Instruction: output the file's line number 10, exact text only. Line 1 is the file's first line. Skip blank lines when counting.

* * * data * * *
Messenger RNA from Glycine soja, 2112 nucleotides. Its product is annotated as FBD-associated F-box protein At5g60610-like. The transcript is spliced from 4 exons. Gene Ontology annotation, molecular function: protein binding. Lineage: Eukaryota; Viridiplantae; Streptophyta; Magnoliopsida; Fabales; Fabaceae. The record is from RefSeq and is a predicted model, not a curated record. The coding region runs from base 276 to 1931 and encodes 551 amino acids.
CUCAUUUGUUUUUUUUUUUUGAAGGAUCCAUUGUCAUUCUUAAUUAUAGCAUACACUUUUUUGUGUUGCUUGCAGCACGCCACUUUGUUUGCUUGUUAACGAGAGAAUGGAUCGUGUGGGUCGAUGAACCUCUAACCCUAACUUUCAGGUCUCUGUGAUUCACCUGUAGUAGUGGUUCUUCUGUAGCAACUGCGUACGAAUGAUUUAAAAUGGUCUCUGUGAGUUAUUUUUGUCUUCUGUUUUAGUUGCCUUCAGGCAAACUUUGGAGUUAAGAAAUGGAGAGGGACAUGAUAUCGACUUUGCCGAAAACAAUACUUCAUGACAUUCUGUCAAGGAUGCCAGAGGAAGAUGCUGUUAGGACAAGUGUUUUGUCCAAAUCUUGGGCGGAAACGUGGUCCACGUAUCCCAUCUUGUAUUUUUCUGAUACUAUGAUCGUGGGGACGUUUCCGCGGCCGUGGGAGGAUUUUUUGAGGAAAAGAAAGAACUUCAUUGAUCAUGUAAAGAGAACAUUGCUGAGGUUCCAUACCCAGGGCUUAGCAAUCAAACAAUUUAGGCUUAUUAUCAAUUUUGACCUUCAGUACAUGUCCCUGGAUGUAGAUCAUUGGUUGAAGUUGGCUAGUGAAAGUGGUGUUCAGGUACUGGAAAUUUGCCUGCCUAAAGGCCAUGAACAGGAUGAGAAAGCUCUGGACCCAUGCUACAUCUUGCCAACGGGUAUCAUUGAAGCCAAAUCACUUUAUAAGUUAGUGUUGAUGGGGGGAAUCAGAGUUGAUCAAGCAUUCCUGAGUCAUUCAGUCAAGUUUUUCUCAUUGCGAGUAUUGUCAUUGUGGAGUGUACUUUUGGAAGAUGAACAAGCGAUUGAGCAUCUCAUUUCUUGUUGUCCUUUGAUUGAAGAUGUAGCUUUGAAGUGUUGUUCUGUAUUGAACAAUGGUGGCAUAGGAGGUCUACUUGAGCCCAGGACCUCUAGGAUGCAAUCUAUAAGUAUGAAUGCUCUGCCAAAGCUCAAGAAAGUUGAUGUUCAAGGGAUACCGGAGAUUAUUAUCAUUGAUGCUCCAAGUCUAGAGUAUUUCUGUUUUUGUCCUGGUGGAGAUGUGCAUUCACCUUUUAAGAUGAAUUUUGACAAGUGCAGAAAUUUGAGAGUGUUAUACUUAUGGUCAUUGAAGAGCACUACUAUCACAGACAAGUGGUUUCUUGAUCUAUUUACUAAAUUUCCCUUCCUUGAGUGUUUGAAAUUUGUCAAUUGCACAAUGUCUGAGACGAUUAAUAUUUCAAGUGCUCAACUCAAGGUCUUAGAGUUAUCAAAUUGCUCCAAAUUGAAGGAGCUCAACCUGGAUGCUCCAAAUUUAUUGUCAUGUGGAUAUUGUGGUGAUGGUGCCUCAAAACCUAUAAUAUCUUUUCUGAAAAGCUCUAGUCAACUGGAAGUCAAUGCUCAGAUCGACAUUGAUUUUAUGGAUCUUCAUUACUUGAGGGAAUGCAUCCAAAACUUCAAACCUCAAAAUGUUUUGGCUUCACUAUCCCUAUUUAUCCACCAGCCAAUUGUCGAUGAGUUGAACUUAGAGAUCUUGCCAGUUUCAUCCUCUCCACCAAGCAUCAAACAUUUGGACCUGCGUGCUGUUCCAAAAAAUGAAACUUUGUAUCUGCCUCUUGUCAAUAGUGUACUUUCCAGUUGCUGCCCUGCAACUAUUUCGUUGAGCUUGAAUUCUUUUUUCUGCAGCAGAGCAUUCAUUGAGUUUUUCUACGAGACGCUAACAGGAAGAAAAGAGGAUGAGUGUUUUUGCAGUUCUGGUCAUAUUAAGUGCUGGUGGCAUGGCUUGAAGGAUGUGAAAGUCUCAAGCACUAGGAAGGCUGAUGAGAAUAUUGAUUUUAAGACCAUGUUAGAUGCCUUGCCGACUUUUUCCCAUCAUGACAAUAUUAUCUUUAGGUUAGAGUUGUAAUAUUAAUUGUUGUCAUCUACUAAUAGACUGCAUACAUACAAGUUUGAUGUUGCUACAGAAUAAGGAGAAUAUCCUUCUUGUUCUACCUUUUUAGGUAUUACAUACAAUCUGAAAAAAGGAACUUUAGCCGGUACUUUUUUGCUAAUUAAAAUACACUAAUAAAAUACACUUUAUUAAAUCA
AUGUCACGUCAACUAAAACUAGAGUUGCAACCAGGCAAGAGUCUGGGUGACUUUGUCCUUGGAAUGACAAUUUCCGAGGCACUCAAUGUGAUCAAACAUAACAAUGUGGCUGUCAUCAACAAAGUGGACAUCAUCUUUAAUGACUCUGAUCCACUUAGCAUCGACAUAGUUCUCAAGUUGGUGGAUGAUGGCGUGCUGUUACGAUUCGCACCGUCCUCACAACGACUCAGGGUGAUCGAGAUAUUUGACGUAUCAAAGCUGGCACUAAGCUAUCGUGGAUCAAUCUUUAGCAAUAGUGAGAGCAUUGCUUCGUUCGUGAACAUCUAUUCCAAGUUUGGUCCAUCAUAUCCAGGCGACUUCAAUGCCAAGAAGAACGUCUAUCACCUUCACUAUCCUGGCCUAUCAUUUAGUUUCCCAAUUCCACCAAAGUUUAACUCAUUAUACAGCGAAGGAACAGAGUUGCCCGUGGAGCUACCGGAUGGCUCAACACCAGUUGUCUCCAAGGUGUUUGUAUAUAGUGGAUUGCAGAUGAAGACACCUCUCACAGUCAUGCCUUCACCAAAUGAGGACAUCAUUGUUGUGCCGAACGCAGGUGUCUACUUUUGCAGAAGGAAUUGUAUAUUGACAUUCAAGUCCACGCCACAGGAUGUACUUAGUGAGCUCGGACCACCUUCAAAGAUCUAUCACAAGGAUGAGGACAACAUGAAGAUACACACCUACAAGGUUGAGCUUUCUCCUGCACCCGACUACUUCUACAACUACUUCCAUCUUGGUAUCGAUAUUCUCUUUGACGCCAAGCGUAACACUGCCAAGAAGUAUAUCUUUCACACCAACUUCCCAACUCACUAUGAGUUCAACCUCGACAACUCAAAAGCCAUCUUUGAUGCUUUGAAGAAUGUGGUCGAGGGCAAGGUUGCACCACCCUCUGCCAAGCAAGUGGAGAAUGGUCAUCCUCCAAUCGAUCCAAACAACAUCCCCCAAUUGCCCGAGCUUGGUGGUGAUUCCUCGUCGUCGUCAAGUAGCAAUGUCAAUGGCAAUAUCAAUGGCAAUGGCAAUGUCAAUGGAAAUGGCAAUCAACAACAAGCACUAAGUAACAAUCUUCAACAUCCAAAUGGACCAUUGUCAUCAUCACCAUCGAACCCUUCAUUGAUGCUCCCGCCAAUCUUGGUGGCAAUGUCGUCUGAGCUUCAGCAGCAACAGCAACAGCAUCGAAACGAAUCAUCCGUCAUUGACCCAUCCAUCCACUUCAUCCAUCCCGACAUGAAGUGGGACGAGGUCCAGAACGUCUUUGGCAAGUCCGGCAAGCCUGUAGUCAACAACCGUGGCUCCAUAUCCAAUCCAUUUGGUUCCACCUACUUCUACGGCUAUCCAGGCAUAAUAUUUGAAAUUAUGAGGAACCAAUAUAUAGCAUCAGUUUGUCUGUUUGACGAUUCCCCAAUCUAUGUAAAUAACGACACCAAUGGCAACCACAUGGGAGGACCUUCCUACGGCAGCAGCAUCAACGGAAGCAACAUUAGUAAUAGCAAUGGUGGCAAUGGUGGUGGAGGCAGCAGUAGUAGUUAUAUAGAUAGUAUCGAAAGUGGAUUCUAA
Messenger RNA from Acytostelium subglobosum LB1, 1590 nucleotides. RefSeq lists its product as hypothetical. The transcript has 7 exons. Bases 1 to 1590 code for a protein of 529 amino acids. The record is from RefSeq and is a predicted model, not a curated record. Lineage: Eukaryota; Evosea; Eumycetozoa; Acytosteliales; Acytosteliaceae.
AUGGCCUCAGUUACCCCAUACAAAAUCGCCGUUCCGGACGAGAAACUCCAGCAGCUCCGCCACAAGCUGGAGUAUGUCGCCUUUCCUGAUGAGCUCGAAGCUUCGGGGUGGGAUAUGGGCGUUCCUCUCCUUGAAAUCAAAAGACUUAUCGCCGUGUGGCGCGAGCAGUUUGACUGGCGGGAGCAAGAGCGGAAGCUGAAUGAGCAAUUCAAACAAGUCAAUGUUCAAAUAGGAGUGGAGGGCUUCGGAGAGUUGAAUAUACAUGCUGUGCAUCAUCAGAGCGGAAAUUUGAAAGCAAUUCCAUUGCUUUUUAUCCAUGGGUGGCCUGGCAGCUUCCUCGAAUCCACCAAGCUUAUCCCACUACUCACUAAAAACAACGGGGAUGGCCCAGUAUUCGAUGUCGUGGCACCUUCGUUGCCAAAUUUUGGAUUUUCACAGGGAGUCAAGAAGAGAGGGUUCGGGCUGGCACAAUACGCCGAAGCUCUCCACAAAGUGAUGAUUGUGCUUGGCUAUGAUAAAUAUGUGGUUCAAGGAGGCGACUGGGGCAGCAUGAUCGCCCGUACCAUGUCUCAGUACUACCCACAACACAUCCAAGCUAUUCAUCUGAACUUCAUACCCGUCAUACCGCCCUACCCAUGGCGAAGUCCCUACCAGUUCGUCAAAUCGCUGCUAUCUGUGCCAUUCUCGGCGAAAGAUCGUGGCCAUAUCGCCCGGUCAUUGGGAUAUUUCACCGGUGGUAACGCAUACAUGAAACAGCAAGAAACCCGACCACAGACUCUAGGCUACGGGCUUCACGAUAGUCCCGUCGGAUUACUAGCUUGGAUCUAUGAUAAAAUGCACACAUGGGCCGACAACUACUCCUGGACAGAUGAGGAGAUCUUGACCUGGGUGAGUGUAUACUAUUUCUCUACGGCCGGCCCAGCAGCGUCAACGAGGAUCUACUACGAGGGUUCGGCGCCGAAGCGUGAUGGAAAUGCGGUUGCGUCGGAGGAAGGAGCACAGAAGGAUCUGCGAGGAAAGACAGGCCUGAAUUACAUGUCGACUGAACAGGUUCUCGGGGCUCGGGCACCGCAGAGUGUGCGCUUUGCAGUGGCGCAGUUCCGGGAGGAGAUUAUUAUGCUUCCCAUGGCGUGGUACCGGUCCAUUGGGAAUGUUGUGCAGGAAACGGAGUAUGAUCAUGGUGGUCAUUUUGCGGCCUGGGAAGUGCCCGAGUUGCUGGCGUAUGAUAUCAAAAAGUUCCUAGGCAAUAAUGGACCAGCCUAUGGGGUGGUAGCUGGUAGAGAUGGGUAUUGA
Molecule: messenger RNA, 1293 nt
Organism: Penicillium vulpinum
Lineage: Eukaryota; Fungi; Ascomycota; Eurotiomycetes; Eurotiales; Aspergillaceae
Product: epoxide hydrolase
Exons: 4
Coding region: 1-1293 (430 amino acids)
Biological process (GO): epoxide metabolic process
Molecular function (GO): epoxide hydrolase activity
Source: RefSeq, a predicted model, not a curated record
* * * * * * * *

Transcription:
Exons: 4